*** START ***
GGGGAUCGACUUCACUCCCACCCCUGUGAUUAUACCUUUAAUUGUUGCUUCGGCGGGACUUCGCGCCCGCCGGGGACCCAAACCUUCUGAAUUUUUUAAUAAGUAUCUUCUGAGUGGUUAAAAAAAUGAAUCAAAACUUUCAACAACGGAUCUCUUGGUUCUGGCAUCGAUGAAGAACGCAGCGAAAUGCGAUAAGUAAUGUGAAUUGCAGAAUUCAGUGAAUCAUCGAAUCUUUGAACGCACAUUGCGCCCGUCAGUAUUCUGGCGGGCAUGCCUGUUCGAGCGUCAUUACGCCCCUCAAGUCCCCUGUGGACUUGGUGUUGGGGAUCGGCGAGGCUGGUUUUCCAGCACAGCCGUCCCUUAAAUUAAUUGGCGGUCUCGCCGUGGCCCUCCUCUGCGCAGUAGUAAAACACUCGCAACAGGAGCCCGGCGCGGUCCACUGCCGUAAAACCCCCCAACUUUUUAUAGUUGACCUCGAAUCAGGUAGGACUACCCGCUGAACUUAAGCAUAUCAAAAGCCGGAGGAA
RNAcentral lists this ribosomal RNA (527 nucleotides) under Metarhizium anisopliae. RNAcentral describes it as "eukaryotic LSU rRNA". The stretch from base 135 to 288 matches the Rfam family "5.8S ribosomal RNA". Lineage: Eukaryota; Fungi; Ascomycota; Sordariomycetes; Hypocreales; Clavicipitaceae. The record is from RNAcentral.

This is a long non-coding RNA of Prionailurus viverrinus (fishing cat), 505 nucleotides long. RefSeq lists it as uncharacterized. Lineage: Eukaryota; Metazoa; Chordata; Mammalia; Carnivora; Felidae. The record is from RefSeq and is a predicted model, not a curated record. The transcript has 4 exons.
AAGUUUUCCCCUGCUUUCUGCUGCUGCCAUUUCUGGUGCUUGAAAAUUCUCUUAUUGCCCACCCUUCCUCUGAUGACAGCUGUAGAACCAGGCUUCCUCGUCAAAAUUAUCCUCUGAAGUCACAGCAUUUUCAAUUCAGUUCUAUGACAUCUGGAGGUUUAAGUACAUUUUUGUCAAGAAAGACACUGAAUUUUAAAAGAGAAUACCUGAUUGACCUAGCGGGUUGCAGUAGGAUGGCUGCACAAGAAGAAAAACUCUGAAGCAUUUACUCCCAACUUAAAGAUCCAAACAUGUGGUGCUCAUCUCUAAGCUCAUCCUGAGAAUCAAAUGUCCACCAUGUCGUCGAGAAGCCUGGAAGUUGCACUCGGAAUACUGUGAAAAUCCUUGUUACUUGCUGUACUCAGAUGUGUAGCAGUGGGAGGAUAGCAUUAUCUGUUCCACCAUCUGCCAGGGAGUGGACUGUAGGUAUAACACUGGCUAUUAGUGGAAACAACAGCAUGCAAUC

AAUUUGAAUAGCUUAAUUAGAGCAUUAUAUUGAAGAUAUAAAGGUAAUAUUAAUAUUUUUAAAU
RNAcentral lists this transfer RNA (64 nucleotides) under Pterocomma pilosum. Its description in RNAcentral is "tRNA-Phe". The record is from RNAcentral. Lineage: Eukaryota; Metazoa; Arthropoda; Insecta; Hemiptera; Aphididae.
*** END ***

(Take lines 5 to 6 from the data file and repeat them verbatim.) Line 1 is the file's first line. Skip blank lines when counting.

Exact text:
AAUUUGAAUAGCUUAAUUAGAGCAUUAUAUUGAAGAUAUAAAGGUAAUAUUAAUAUUUUUAAAU
RNAcentral lists this transfer RNA (64 nucleotides) under Pterocomma pilosum. Its description in RNAcentral is "tRNA-Phe". The record is from RNAcentral. Lineage: Eukaryota; Metazoa; Arthropoda; Insecta; Hemiptera; Aphididae.